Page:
Jump to content




Photo

Lighting Strategy Feedback


  • Please log in to reply
11 replies to this topic

#1 Sebastien Scandiuzzi

Sebastien Scandiuzzi
  • Basic Members
  • PipPip
  • 35 posts
  • Cinematographer
  • Seattle

Posted 07 June 2016 - 07:56 PM

 

Hey Everyone, 

1970's coming of age story. Scene is the turing point in the film. The lead is a young girl who boards the bus alone hoping to find a better life. The cinematography has been consistently 'natural light' mainly because of budget, we definitely have been supplementing when we can but most of the film has been day exterior and there's not much we could do beyond neg fill and bounce. The bus drive starts off dramatically, she notices a man a few rows in front of her masterbating (int/night). As the bus continues, its a long drive, she transitions from fear to hope (int/day/sunset). Because the lead is under 18, we are running into union problems and parent's worries with driving at night, so we having to cheat and doing a poor mans process (without the process trailer) in a parking lot and blacking out the windows for day for night. 

Here's my plan for the night, dramatic scene. 

Ambient fill: 3200K single tube Kinos (3 end to end on passenger side, same on driver) tucked away in the overhead luggage 

Key: Hard overhead 'puck lights' above the lead girl and in the seat ahead of the 'masterbating man' (I can't justify him having his overhead light on, plus, I'd like him to be more silhouette).  

Fill: Taped mini flows on seat backs in front of lead girl (if needed) and for the man (opposite side of camera for silhouette effect). 

Question, I'm not a fan of doing it this way but if we do go this route by blacking out all the windows, whats a good solution to add a few passing cars? She would be traveling on long roads without much traffic but still, not having any atmosphere just screams day for night. Since there are more then a few setups, I can't do dusk for night either. Was thinking of passing some light through a few of the blacked out windows across from the lead girl by creating a sort of blacked out tent to pan a few sources through? 

Sunset/Int. Mood is happier/hopeful. Bus is both moving.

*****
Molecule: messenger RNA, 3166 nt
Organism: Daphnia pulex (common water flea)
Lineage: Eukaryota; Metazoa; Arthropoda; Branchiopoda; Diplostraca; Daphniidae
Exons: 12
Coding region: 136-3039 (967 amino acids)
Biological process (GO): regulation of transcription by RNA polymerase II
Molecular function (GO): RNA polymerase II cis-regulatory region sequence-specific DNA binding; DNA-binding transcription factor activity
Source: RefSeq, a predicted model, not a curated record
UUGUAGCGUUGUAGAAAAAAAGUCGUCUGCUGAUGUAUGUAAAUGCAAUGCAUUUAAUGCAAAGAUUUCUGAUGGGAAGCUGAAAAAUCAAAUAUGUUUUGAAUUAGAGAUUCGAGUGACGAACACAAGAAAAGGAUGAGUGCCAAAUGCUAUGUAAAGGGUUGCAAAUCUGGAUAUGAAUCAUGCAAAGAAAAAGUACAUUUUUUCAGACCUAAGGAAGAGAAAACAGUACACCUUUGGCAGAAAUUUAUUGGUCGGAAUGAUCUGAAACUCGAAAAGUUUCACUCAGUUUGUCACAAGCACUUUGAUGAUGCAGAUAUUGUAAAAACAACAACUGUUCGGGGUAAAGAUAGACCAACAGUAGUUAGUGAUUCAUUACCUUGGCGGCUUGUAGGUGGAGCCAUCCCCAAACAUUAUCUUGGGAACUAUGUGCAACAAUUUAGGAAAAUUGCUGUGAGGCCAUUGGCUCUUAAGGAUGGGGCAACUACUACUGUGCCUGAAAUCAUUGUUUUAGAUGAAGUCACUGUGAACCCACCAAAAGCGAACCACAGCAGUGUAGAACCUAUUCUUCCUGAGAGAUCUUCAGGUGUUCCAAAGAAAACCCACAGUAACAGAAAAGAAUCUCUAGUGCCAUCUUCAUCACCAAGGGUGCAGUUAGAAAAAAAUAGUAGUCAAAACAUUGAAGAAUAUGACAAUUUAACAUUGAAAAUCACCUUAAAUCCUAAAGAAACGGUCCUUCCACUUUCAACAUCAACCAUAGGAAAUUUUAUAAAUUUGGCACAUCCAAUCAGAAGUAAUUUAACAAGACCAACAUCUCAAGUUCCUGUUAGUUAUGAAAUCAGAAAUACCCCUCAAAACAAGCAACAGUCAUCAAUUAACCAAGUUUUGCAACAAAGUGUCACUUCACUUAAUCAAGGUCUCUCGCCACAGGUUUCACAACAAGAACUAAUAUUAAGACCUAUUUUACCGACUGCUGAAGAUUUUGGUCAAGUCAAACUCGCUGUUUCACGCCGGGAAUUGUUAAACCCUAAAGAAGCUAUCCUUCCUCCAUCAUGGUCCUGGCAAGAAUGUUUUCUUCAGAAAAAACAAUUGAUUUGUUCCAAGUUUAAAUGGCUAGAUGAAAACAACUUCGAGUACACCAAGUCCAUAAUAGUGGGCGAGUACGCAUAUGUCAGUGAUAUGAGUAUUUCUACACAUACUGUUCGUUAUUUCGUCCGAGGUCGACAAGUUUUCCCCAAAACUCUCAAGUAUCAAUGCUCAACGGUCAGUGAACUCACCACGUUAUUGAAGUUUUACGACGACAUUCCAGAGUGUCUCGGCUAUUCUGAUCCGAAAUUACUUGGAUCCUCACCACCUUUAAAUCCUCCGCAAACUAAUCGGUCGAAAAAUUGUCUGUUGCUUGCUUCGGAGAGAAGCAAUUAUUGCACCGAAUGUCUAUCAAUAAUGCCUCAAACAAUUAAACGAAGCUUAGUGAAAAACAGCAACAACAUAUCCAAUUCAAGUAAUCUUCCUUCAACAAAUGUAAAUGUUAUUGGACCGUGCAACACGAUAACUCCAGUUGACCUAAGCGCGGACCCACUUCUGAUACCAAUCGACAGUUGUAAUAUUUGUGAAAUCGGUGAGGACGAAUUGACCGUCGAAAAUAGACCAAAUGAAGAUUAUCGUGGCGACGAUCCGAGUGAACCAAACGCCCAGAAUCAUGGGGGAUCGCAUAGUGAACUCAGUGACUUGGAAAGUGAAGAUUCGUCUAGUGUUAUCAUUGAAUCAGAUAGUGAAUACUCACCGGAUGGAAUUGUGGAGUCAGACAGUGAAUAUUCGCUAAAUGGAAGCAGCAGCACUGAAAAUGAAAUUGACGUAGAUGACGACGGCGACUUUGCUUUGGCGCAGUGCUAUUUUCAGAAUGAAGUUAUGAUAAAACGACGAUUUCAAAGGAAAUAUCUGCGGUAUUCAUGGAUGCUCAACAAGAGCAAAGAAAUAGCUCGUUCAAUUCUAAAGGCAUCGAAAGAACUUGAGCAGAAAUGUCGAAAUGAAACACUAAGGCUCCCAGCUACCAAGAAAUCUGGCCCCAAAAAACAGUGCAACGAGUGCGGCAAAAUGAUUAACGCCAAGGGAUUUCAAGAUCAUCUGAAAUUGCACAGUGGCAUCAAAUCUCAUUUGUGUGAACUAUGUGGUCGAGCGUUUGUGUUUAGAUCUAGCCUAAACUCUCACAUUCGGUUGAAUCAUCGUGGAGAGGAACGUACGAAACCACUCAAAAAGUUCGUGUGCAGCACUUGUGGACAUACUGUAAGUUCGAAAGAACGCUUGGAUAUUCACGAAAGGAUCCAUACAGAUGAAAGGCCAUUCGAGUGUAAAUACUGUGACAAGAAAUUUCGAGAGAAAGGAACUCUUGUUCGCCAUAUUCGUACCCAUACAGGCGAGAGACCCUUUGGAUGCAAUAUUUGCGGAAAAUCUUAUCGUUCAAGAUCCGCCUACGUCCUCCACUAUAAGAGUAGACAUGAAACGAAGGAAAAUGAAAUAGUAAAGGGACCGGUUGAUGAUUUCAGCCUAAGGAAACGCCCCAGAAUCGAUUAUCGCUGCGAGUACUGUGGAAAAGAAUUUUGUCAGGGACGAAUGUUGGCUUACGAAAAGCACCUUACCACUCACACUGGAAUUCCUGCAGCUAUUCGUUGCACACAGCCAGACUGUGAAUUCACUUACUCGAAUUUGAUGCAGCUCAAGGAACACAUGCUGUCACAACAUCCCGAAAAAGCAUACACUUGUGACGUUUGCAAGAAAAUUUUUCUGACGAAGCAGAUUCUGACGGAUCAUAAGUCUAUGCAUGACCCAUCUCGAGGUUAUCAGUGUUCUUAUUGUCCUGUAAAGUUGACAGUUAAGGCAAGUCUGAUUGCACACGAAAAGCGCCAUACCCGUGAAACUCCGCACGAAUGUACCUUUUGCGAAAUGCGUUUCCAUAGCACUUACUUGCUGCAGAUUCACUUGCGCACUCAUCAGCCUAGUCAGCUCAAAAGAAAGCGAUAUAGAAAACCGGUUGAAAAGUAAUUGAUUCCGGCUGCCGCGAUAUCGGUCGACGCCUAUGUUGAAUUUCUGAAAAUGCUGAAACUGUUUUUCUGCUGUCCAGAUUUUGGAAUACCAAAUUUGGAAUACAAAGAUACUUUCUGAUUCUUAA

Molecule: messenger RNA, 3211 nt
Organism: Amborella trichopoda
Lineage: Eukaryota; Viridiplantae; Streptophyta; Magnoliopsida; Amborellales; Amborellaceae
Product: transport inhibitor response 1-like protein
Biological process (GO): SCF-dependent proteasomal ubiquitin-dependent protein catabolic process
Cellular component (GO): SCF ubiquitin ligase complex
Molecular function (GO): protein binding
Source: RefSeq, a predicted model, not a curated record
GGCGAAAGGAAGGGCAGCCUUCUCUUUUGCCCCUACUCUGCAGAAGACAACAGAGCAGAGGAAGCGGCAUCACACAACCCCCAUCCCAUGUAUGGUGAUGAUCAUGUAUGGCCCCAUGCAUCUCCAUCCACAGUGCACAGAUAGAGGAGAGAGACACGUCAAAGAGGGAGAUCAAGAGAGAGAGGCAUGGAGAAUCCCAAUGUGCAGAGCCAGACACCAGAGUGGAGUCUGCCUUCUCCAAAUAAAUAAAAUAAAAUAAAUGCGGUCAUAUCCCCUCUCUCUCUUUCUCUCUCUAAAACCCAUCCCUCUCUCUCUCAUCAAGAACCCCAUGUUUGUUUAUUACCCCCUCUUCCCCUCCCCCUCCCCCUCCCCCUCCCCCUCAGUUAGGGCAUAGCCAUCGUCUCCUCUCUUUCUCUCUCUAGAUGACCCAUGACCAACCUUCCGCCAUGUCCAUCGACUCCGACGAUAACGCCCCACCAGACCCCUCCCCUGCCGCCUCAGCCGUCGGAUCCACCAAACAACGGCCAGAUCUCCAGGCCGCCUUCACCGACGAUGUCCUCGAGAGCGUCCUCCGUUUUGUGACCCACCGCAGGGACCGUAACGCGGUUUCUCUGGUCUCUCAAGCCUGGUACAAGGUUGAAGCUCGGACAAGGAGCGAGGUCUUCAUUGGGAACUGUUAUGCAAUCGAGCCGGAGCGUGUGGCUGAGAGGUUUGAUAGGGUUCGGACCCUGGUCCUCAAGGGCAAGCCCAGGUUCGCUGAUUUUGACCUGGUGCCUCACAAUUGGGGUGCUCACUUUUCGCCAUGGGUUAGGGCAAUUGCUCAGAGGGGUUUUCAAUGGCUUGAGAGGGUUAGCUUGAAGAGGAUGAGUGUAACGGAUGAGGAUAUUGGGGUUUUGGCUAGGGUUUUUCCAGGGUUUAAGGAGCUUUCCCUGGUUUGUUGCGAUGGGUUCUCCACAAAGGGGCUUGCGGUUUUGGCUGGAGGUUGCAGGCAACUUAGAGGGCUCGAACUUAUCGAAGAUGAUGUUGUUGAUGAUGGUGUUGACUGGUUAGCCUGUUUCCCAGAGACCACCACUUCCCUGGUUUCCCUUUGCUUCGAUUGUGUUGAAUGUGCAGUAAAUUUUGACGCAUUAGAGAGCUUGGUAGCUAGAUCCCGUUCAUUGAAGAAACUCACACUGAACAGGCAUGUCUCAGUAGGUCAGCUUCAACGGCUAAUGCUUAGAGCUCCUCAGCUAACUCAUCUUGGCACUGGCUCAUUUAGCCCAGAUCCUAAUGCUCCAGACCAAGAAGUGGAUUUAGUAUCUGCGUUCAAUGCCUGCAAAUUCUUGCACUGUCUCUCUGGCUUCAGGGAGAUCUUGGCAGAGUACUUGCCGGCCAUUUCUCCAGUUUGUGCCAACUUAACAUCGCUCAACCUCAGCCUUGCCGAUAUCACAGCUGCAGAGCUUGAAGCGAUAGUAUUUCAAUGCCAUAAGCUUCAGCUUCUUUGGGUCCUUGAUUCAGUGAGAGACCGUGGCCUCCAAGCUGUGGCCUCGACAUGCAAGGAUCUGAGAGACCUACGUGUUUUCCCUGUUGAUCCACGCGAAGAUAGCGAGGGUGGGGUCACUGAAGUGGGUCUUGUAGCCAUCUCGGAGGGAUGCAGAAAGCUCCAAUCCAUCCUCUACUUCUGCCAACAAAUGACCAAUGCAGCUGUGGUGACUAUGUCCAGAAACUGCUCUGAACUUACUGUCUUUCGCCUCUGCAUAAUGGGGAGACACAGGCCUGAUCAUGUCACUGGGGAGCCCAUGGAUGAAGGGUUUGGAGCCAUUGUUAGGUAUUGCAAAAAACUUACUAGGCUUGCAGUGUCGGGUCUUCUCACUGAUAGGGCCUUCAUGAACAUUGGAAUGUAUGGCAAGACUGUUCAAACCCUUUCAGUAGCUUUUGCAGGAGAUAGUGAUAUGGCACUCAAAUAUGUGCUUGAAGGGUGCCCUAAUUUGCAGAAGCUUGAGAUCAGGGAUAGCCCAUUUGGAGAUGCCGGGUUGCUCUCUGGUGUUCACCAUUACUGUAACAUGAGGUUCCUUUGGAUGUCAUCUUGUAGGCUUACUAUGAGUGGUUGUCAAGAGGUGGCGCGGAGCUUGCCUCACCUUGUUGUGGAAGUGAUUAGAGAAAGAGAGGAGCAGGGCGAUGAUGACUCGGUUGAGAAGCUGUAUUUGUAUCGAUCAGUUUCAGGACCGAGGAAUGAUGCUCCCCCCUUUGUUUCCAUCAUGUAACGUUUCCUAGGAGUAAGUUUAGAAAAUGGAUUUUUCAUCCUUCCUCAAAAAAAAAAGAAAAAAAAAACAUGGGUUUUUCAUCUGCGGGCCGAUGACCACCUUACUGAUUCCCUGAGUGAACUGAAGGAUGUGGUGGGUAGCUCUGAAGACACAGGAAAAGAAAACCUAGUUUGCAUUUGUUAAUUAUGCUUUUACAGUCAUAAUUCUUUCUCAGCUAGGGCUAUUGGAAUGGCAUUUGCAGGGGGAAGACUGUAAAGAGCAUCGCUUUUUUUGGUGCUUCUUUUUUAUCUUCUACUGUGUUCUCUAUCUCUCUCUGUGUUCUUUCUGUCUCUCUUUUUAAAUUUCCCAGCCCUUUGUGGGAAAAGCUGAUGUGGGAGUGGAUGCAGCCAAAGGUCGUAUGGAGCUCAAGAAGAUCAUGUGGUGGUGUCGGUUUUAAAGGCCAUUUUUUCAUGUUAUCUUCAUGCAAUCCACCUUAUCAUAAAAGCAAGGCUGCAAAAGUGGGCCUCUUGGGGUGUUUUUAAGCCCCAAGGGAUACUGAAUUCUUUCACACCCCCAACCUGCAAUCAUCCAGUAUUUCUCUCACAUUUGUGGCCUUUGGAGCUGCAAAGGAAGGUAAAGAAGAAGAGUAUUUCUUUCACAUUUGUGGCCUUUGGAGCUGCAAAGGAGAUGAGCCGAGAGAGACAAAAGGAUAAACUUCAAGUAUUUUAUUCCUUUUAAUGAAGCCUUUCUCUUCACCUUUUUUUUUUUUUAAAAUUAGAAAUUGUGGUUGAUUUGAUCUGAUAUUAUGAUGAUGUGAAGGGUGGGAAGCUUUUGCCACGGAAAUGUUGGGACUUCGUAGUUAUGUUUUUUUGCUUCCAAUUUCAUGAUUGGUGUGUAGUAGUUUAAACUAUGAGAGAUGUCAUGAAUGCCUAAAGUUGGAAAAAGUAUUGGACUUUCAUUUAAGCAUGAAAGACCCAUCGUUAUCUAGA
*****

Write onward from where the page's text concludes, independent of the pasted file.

Keeping with the established aesthetic of previous scenes, I'm aiming to keep it simple. The windows will be gelled with ND and since I won't have a generator nor does the bus have enough power so I'll use either bounce or use 1x1 LEDs (4) for fill for the lead girl when she is looking out the window, I need to see what she is looking at (landscape) as well as seeing her reaction, pivotal moment. I'd love for the light to be more directional but since we are filming in Washington State cheating for 1970s Northern CA, the landscape is more important then the direction of the sun. If it is flat, I'm thinking of double or single net but if there are better suggestions, love to hear them. Budget is a big factor, we don't have much. 

Love to know if there is an easier way, a better way, or any thoughts in general. I'm filming June 11/12 and have 1 day of prep. 1 Gaffer, 1 Key Grip. 

I'm attaching the bus, which needs a ton of work and Art Dep is already working on it, windows will have pull curtains, sheer. 

Apologies for the long post!! Thanks in advance!

 

Attached Images

  • IMG_1403.jpg

  • 0




#2 Sebastien Scandiuzzi

Sebastien Scandiuzzi
  • Basic Members
  • PipPip
  • 35 posts
  • Cinematographer
  • Seattle

Posted 08 June 2016 - 12:08 AM

Maybe I should have written a few controversial tags: #digital>film, #allfilmafter1970sucks, #(insert name)isthebestcinematographerever, #RED>Alexa :)


  • 1

#3 David Mullen ASC

David Mullen ASC
  • Sustaining Members
  • 18788 posts
  • Cinematographer
  • Los Angeles

Posted 08 June 2016 - 01:05 AM

I guess you don't have much choice but to tent the bus, except that one grip isn't enough to safely build a tent around a bus, plus it needs to be fairly large to keep it back from the windows and have room to pass a light through.  You might be better off in a big empty garage so you can just put some large blacks on frames outside.

 

ND is tricky, especially if you can't afford hard acrylic ND panels.  For one thing, ND looks heavier when viewed at a raking angle, and second, it's hard to get rid of the ripples.